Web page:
Artfilms, Handicrafts and Other Cultural Goods: The Case for Subsidy
- Author(s): Aubert, Cècile;
- Bardhan, Pranab;
- Dayton-Johnson, Jeff
- et al.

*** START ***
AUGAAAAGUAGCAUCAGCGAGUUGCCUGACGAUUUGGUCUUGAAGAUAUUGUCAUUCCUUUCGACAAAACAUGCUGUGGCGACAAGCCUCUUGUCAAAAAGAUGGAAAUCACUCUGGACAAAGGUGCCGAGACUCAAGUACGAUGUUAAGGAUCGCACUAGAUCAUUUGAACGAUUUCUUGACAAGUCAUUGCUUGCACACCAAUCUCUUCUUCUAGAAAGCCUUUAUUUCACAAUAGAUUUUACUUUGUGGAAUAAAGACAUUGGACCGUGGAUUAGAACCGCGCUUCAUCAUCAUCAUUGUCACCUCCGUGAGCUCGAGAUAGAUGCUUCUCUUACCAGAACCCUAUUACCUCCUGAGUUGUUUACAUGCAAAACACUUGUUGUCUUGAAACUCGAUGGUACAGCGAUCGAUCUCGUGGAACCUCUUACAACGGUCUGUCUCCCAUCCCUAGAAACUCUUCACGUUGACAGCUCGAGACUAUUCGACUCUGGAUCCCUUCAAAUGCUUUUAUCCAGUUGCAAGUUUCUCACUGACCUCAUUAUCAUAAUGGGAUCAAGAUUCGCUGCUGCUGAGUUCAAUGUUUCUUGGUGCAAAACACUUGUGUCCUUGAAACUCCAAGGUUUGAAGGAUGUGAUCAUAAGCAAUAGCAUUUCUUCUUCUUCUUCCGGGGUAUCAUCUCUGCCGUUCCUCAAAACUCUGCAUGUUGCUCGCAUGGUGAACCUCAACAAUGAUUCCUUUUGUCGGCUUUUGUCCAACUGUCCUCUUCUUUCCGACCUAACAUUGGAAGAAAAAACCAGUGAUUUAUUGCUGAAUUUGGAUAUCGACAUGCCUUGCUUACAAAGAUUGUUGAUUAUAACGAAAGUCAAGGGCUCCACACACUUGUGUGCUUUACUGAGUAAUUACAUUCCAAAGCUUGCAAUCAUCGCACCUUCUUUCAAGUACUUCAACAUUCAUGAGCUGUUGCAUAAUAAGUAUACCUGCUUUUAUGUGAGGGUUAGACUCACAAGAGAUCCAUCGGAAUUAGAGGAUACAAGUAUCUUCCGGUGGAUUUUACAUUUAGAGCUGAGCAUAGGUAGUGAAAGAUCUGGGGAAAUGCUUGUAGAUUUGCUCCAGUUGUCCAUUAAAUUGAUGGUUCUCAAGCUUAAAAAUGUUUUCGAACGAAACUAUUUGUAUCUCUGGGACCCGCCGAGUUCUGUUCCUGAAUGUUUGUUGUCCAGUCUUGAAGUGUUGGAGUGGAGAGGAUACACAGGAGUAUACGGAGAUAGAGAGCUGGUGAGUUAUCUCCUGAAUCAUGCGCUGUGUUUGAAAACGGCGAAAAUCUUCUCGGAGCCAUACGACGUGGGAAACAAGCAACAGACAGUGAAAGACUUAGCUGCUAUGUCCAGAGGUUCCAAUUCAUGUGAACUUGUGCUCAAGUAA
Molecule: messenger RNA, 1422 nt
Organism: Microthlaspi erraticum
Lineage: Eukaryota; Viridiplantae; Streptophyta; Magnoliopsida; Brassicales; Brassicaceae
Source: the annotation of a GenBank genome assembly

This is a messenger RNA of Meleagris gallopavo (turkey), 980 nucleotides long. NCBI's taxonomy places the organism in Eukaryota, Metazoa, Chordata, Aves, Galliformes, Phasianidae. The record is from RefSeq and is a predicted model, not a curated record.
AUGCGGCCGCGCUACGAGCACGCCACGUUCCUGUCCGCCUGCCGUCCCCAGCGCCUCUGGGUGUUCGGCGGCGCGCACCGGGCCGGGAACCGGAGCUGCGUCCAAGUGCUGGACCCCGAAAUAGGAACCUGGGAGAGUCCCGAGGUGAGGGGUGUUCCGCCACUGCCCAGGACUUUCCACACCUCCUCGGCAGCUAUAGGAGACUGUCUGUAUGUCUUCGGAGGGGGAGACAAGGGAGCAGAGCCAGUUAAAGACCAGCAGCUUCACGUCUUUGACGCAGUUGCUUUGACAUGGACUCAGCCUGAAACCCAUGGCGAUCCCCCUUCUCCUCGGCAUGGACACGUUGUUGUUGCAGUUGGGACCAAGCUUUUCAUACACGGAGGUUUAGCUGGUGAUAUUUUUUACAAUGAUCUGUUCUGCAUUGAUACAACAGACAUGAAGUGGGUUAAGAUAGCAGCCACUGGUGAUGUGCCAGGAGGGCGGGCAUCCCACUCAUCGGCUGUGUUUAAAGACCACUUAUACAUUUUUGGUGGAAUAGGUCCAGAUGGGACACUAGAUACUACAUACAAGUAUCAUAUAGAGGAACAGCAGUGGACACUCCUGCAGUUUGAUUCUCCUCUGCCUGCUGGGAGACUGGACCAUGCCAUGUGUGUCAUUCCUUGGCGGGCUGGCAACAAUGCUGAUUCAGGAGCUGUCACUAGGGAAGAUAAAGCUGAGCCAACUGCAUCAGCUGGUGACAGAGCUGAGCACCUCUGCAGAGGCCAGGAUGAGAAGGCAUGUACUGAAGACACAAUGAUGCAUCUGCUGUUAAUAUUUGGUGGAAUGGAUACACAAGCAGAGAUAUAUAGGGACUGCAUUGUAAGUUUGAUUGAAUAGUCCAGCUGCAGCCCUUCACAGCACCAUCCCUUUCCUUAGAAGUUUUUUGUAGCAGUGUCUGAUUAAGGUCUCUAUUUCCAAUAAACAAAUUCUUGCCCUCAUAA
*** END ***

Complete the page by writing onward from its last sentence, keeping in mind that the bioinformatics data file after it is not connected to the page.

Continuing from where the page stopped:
Though widespread, the practice of public subsidies for cultural activity lacks a rigorous and consistent economic rationale. We analyze a canonical market structure that characterizes much cultural activity: the competition of mass-produced goods with heterogeneous non-standardized goods that are imperfect substitutes. We analyze several types of market failure: uncertainty about preferences (we don’t know what we like, and we don’t know what we might like in the future); endogeneity of preferences (we like what our neighbors talk about, and we like what we’re accustomed to); and externalities associated with production (future production costs are determined by current production). The model provides a basis for cultural subsidies to promote social welfare and economic development.